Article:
“Since 2012 the majority of depredation investigations conducted or assisted by Wildlife Service in Washington have concluded that wolves were responsible for the killing or injuring of livestock,” the complaint said.
Wolves in Washington are managed under a state Gray Wolf Conservation and Management Plan. The most recent WDFW estimate put the state’s wolf population at 52 known wolves in 13 known packs.
Wolves are listed as an endangered species under Washington law throughout the state. In 2011, wolves in the eastern third of Washington were removed from federal protections under the Endangered Species Act. Wolves in the western two-thirds of Washington, including the Methow Valley, continue to be protected under the ESA and are classified a federally endangered species.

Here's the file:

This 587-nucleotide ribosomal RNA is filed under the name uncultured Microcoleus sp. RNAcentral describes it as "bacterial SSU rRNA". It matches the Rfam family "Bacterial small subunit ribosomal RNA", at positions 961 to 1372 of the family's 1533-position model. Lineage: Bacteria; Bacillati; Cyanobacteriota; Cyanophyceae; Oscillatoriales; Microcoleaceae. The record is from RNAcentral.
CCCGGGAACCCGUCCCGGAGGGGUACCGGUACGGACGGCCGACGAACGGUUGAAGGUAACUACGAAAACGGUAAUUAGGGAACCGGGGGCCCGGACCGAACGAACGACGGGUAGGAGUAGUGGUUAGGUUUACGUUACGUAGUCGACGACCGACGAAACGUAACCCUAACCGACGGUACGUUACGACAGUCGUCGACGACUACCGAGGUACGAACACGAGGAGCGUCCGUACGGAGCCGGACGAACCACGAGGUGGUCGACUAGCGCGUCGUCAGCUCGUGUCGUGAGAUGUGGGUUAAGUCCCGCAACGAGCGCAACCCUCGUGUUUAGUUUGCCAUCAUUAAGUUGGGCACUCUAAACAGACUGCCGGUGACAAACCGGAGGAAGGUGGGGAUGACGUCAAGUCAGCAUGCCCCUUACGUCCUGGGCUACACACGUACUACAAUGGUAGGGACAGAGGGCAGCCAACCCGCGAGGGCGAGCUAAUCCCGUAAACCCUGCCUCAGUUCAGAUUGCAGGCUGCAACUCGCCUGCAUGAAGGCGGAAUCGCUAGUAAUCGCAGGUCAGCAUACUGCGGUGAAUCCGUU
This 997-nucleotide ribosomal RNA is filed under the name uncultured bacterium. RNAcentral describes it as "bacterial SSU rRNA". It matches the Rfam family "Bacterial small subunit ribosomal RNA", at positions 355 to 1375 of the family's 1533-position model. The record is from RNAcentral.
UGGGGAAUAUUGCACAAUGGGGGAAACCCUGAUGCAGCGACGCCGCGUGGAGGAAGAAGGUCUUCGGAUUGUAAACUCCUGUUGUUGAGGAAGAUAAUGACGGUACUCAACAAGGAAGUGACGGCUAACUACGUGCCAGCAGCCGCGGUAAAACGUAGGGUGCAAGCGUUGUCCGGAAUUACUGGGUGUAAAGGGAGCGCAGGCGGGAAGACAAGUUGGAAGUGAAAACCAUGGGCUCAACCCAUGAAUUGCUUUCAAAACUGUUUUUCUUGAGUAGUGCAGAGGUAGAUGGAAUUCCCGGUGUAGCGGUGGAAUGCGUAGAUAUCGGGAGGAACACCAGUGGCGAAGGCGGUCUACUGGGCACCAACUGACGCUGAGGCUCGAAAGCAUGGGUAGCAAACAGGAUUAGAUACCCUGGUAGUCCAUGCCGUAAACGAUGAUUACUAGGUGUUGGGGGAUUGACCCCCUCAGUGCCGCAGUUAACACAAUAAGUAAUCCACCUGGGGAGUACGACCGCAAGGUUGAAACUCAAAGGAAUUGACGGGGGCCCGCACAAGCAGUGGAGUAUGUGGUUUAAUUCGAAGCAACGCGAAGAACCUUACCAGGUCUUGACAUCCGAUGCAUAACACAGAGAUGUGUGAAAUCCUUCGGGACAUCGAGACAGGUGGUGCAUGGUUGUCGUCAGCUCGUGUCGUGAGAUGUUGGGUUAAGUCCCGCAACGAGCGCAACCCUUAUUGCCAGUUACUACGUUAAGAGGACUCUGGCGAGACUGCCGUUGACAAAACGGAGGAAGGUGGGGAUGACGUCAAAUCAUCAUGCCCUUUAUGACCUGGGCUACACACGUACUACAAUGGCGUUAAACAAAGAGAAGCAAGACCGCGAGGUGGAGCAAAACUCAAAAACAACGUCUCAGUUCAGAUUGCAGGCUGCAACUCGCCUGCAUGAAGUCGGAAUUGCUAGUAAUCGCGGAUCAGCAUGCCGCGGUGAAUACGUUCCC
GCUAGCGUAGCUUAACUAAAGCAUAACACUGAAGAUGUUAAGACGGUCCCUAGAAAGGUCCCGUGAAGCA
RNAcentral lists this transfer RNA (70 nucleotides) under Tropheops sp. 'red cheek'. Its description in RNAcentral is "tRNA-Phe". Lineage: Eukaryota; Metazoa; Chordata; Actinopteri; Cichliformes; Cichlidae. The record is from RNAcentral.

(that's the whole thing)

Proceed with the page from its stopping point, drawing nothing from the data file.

The Methow Valley’s Lookout Pack was confirmed in 2008 as the first wolf pack in the state in more than 30 years. The pack was once as large as 10 animals but by 2010 was nearly decimated by poaching. It has since grown and at the end of last year, biologists believed the pack had four adults and one pup.
Western Environmental Law Center is representing Cascadia Wildlands, WildEarth Guardians, Kettle Range Conservation Group, Predator Defense, and The Lands Council in the lawsuit. The lawsuit was filed in U.S. District Court for the Western District of Washington in Seattle